The controls would cause delays of up to an hour. Photo: Calflier001/Flickr
UPDATED: A Swedish proposal expected to pass parliament this week will see include mandatory ID checks on all trains to Sweden, with the controls to be carried out on Danish soil.
New Swedish plans to try to further limit the number of asylum seekers arriving in the country are expected to be approved by parliament and would come into force on December 21st, just days before the Christmas holiday.
Under the new plans, all Sweden-bound trains will be stopped at Copenhagen Airport (Kastrup Station) and passengers will be subjected to mandatory checks. The trains will be emptied at the airport platform and all passengers will need to enter the terminal to show their identification papers before being allowed to return to the platform and re-board the train.
Danish citizens are advised to have valid a driving licence or CPR card, Swedes should carry their identity cards and non-citizens should have a valid passport.
A train journey between Copenhagen and the southern Swedish city of Malmö usually takes around 30 minutes, with tens of thousands of commuters using the busy route daily. However, regional transport operator Skånetrafiken warned that the mandatory ID checks could cause delays of up to an hour.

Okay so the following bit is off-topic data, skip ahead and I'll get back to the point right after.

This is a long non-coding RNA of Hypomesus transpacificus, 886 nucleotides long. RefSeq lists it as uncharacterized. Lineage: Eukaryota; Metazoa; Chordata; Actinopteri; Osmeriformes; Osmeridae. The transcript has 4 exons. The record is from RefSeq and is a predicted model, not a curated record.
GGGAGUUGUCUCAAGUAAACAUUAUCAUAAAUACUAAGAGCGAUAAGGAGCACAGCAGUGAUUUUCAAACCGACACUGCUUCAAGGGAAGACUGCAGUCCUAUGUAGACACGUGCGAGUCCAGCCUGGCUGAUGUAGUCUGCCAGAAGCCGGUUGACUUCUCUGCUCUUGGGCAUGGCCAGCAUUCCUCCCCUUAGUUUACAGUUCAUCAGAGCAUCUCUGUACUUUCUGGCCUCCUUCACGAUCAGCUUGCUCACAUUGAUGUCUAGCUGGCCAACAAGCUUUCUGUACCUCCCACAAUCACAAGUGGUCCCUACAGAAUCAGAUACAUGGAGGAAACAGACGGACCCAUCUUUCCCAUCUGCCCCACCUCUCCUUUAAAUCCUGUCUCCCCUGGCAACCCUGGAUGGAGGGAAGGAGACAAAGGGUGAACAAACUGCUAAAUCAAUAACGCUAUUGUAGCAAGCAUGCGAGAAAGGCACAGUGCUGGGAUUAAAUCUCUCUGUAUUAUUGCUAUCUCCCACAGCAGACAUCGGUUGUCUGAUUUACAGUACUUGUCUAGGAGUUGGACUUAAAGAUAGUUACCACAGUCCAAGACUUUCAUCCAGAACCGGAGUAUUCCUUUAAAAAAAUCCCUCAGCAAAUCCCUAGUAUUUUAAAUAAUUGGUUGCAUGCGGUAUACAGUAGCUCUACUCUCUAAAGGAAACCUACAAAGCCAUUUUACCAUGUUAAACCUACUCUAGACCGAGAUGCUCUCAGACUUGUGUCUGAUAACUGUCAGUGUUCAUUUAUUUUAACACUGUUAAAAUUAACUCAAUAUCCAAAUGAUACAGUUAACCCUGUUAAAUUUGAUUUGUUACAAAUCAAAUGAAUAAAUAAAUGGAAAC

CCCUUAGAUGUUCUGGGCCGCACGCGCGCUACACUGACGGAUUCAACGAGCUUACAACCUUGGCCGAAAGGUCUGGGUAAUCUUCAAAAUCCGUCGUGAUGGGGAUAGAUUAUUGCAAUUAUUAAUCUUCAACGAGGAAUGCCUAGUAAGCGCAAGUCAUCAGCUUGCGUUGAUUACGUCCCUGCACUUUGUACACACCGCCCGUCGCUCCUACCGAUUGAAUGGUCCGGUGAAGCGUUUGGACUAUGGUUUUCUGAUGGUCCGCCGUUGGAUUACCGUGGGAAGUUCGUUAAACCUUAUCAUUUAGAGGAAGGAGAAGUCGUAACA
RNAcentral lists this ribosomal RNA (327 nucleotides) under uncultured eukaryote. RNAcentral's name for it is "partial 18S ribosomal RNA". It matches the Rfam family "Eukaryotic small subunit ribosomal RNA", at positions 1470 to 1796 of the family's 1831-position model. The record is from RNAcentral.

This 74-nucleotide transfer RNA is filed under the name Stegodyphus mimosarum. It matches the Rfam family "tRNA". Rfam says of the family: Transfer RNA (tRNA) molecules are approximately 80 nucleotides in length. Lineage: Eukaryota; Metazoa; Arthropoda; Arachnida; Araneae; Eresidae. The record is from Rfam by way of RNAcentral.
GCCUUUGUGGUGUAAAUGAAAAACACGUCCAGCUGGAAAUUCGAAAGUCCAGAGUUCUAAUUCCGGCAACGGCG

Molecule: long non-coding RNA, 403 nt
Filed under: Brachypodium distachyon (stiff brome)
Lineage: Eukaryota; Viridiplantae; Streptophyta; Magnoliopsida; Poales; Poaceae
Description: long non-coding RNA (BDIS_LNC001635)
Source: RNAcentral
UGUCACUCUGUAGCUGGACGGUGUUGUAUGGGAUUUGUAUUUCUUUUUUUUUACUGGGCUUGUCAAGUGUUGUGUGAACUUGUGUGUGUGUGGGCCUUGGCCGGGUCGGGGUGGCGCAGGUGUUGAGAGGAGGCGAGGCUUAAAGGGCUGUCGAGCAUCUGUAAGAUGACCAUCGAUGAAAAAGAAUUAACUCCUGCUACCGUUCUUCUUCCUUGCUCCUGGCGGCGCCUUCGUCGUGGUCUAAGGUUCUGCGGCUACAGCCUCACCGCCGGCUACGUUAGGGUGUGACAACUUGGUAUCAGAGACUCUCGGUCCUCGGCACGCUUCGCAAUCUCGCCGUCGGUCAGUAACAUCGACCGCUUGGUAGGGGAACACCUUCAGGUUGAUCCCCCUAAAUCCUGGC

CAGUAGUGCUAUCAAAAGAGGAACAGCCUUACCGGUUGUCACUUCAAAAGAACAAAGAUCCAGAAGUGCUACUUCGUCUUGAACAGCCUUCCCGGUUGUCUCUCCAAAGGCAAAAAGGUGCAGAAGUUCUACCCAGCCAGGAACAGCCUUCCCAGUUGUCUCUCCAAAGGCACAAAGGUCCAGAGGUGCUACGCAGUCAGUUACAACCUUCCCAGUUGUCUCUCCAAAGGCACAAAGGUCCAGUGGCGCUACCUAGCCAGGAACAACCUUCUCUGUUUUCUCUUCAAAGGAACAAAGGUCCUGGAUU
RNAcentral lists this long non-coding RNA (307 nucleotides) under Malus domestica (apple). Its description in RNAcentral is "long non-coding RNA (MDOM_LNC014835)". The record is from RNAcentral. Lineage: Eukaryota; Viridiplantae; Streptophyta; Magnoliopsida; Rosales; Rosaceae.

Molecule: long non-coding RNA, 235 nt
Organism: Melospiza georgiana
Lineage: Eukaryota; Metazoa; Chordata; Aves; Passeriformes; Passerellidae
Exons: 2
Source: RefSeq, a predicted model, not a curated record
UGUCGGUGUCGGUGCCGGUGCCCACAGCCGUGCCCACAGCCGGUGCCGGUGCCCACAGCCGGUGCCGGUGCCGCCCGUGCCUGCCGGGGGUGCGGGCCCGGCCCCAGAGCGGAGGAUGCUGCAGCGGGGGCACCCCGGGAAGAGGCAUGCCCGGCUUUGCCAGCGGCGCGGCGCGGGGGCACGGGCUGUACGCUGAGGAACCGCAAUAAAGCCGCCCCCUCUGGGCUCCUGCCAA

The airport checks will be carried out by a private company hired by Danish rail operator DSB, while Swedish police officers will do a second round of controls when the train reaches Malmö.
The head of regional public transportation authority Skånetrafiken said the new process will have a negative impact on the relationship between Denmark and Sweden.
“It's obvious that many people will choose to drive instead and that will hurt the integration of the Øresund region,” Linus Eriksson told Berlingske.
Swedish police have already been carrying out spot checks in Malmö of people crossing the Øresund Bridge – made famous by the Nordic Noir television series 'The Bridge'
– into Sweden since the government moved to stall the influx of refugees in mid-November.
As The Local reported on Thursday
, the proposal, if approved, would also give the government the authority to close the Øresund Bridge to road traffic in extraordinary circumstances, without going through parliament.
"We have not yet been in a situation where we have judged that that would be needed," Sweden's infrastructure minister, Anna Johansson, told the TT newswire on Friday.